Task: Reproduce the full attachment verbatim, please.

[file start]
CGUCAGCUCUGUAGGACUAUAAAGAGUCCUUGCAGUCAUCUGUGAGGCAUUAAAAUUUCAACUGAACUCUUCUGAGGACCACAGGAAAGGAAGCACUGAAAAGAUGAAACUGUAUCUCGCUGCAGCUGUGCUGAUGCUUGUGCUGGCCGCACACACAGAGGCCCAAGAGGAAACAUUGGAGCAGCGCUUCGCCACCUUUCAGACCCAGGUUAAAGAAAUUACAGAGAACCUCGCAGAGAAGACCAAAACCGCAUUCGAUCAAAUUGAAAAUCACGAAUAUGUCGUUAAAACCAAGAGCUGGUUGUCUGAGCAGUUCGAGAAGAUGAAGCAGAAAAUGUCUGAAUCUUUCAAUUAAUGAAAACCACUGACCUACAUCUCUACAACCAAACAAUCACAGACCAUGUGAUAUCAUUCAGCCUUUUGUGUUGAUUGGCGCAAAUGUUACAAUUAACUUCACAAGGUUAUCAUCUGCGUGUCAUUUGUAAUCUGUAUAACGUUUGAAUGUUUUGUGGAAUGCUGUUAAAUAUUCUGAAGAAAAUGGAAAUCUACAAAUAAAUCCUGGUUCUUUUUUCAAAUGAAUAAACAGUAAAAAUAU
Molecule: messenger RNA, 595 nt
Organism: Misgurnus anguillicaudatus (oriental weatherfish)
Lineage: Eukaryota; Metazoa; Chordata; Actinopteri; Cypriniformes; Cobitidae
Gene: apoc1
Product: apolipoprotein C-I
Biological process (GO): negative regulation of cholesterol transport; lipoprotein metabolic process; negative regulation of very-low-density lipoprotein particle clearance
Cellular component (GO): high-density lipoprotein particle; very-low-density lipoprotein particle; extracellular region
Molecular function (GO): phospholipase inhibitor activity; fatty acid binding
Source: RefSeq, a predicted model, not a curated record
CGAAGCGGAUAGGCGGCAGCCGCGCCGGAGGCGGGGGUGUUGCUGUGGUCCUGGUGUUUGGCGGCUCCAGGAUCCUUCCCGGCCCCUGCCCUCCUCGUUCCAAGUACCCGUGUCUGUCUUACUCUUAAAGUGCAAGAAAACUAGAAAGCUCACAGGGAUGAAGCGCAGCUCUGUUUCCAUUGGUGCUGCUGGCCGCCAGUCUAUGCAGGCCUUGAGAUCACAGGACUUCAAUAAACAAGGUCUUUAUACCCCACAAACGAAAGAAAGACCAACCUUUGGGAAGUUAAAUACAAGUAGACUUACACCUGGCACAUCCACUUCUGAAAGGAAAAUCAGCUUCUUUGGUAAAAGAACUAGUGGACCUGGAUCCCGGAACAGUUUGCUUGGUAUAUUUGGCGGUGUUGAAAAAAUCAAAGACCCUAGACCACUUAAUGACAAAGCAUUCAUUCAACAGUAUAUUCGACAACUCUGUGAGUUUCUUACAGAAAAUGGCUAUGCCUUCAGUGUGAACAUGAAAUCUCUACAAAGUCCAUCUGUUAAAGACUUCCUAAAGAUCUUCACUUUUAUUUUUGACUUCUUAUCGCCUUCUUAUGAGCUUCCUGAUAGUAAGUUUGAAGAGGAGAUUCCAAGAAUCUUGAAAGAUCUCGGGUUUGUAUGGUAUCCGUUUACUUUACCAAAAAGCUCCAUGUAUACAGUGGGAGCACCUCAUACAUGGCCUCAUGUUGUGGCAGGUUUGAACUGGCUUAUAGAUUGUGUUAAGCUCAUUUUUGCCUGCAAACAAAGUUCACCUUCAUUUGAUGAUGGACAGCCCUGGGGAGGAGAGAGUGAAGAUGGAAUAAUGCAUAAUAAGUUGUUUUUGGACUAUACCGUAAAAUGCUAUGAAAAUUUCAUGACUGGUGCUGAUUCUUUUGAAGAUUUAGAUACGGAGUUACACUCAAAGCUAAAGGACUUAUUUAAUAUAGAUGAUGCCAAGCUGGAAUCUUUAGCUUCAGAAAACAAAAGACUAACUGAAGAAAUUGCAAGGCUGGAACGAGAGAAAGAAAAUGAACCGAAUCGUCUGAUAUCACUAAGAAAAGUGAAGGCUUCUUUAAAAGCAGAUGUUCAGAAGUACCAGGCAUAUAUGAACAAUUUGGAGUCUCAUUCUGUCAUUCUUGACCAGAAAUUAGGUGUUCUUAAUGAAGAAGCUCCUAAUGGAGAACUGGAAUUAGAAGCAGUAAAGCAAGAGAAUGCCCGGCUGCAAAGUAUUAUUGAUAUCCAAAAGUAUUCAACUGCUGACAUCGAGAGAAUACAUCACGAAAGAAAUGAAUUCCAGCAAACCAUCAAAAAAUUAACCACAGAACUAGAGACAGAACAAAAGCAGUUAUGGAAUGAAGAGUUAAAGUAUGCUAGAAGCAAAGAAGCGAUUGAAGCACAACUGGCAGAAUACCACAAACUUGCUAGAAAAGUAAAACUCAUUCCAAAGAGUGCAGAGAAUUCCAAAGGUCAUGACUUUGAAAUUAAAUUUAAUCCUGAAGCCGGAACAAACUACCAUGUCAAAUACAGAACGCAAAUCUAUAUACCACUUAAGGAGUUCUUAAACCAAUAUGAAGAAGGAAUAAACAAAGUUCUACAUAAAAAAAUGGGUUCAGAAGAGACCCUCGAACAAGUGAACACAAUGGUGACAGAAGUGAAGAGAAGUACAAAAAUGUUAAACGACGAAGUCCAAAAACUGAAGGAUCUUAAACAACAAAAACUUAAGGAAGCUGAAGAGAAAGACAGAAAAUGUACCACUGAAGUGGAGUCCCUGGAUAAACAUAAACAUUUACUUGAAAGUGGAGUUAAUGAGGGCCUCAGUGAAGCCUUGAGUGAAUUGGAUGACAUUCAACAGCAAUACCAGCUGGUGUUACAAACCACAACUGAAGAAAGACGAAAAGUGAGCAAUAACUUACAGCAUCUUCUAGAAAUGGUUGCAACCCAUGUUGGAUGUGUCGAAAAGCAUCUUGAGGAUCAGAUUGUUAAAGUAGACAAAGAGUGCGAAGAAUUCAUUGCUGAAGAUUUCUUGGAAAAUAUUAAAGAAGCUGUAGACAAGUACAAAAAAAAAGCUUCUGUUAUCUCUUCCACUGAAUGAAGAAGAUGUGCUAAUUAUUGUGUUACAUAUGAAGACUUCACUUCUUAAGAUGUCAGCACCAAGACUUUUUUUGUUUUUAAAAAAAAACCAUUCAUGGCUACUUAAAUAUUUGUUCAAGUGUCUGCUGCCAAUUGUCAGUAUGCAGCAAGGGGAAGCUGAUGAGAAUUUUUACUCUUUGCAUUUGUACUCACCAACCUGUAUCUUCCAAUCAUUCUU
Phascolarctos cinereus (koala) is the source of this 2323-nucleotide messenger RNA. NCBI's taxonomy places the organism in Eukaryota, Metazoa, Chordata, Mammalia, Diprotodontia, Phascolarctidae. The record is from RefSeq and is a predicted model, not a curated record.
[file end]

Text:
CGUCAGCUCUGUAGGACUAUAAAGAGUCCUUGCAGUCAUCUGUGAGGCAUUAAAAUUUCAACUGAACUCUUCUGAGGACCACAGGAAAGGAAGCACUGAAAAGAUGAAACUGUAUCUCGCUGCAGCUGUGCUGAUGCUUGUGCUGGCCGCACACACAGAGGCCCAAGAGGAAACAUUGGAGCAGCGCUUCGCCACCUUUCAGACCCAGGUUAAAGAAAUUACAGAGAACCUCGCAGAGAAGACCAAAACCGCAUUCGAUCAAAUUGAAAAUCACGAAUAUGUCGUUAAAACCAAGAGCUGGUUGUCUGAGCAGUUCGAGAAGAUGAAGCAGAAAAUGUCUGAAUCUUUCAAUUAAUGAAAACCACUGACCUACAUCUCUACAACCAAACAAUCACAGACCAUGUGAUAUCAUUCAGCCUUUUGUGUUGAUUGGCGCAAAUGUUACAAUUAACUUCACAAGGUUAUCAUCUGCGUGUCAUUUGUAAUCUGUAUAACGUUUGAAUGUUUUGUGGAAUGCUGUUAAAUAUUCUGAAGAAAAUGGAAAUCUACAAAUAAAUCCUGGUUCUUUUUUCAAAUGAAUAAACAGUAAAAAUAU
Molecule: messenger RNA, 595 nt
Organism: Misgurnus anguillicaudatus (oriental weatherfish)
Lineage: Eukaryota; Metazoa; Chordata; Actinopteri; Cypriniformes; Cobitidae
Gene: apoc1
Product: apolipoprotein C-I
Biological process (GO): negative regulation of cholesterol transport; lipoprotein metabolic process; negative regulation of very-low-density lipoprotein particle clearance
Cellular component (GO): high-density lipoprotein particle; very-low-density lipoprotein particle; extracellular region
Molecular function (GO): phospholipase inhibitor activity; fatty acid binding
Source: RefSeq, a predicted model, not a curated record
CGAAGCGGAUAGGCGGCAGCCGCGCCGGAGGCGGGGGUGUUGCUGUGGUCCUGGUGUUUGGCGGCUCCAGGAUCCUUCCCGGCCCCUGCCCUCCUCGUUCCAAGUACCCGUGUCUGUCUUACUCUUAAAGUGCAAGAAAACUAGAAAGCUCACAGGGAUGAAGCGCAGCUCUGUUUCCAUUGGUGCUGCUGGCCGCCAGUCUAUGCAGGCCUUGAGAUCACAGGACUUCAAUAAACAAGGUCUUUAUACCCCACAAACGAAAGAAAGACCAACCUUUGGGAAGUUAAAUACAAGUAGACUUACACCUGGCACAUCCACUUCUGAAAGGAAAAUCAGCUUCUUUGGUAAAAGAACUAGUGGACCUGGAUCCCGGAACAGUUUGCUUGGUAUAUUUGGCGGUGUUGAAAAAAUCAAAGACCCUAGACCACUUAAUGACAAAGCAUUCAUUCAACAGUAUAUUCGACAACUCUGUGAGUUUCUUACAGAAAAUGGCUAUGCCUUCAGUGUGAACAUGAAAUCUCUACAAAGUCCAUCUGUUAAAGACUUCCUAAAGAUCUUCACUUUUAUUUUUGACUUCUUAUCGCCUUCUUAUGAGCUUCCUGAUAGUAAGUUUGAAGAGGAGAUUCCAAGAAUCUUGAAAGAUCUCGGGUUUGUAUGGUAUCCGUUUACUUUACCAAAAAGCUCCAUGUAUACAGUGGGAGCACCUCAUACAUGGCCUCAUGUUGUGGCAGGUUUGAACUGGCUUAUAGAUUGUGUUAAGCUCAUUUUUGCCUGCAAACAAAGUUCACCUUCAUUUGAUGAUGGACAGCCCUGGGGAGGAGAGAGUGAAGAUGGAAUAAUGCAUAAUAAGUUGUUUUUGGACUAUACCGUAAAAUGCUAUGAAAAUUUCAUGACUGGUGCUGAUUCUUUUGAAGAUUUAGAUACGGAGUUACACUCAAAGCUAAAGGACUUAUUUAAUAUAGAUGAUGCCAAGCUGGAAUCUUUAGCUUCAGAAAACAAAAGACUAACUGAAGAAAUUGCAAGGCUGGAACGAGAGAAAGAAAAUGAACCGAAUCGUCUGAUAUCACUAAGAAAAGUGAAGGCUUCUUUAAAAGCAGAUGUUCAGAAGUACCAGGCAUAUAUGAACAAUUUGGAGUCUCAUUCUGUCAUUCUUGACCAGAAAUUAGGUGUUCUUAAUGAAGAAGCUCCUAAUGGAGAACUGGAAUUAGAAGCAGUAAAGCAAGAGAAUGCCCGGCUGCAAAGUAUUAUUGAUAUCCAAAAGUAUUCAACUGCUGACAUCGAGAGAAUACAUCACGAAAGAAAUGAAUUCCAGCAAACCAUCAAAAAAUUAACCACAGAACUAGAGACAGAACAAAAGCAGUUAUGGAAUGAAGAGUUAAAGUAUGCUAGAAGCAAAGAAGCGAUUGAAGCACAACUGGCAGAAUACCACAAACUUGCUAGAAAAGUAAAACUCAUUCCAAAGAGUGCAGAGAAUUCCAAAGGUCAUGACUUUGAAAUUAAAUUUAAUCCUGAAGCCGGAACAAACUACCAUGUCAAAUACAGAACGCAAAUCUAUAUACCACUUAAGGAGUUCUUAAACCAAUAUGAAGAAGGAAUAAACAAAGUUCUACAUAAAAAAAUGGGUUCAGAAGAGACCCUCGAACAAGUGAACACAAUGGUGACAGAAGUGAAGAGAAGUACAAAAAUGUUAAACGACGAAGUCCAAAAACUGAAGGAUCUUAAACAACAAAAACUUAAGGAAGCUGAAGAGAAAGACAGAAAAUGUACCACUGAAGUGGAGUCCCUGGAUAAACAUAAACAUUUACUUGAAAGUGGAGUUAAUGAGGGCCUCAGUGAAGCCUUGAGUGAAUUGGAUGACAUUCAACAGCAAUACCAGCUGGUGUUACAAACCACAACUGAAGAAAGACGAAAAGUGAGCAAUAACUUACAGCAUCUUCUAGAAAUGGUUGCAACCCAUGUUGGAUGUGUCGAAAAGCAUCUUGAGGAUCAGAUUGUUAAAGUAGACAAAGAGUGCGAAGAAUUCAUUGCUGAAGAUUUCUUGGAAAAUAUUAAAGAAGCUGUAGACAAGUACAAAAAAAAAGCUUCUGUUAUCUCUUCCACUGAAUGAAGAAGAUGUGCUAAUUAUUGUGUUACAUAUGAAGACUUCACUUCUUAAGAUGUCAGCACCAAGACUUUUUUUGUUUUUAAAAAAAAACCAUUCAUGGCUACUUAAAUAUUUGUUCAAGUGUCUGCUGCCAAUUGUCAGUAUGCAGCAAGGGGAAGCUGAUGAGAAUUUUUACUCUUUGCAUUUGUACUCACCAACCUGUAUCUUCCAAUCAUUCUU
Phascolarctos cinereus (koala) is the source of this 2323-nucleotide messenger RNA. NCBI's taxonomy places the organism in Eukaryota, Metazoa, Chordata, Mammalia, Diprotodontia, Phascolarctidae. The record is from RefSeq and is a predicted model, not a curated record.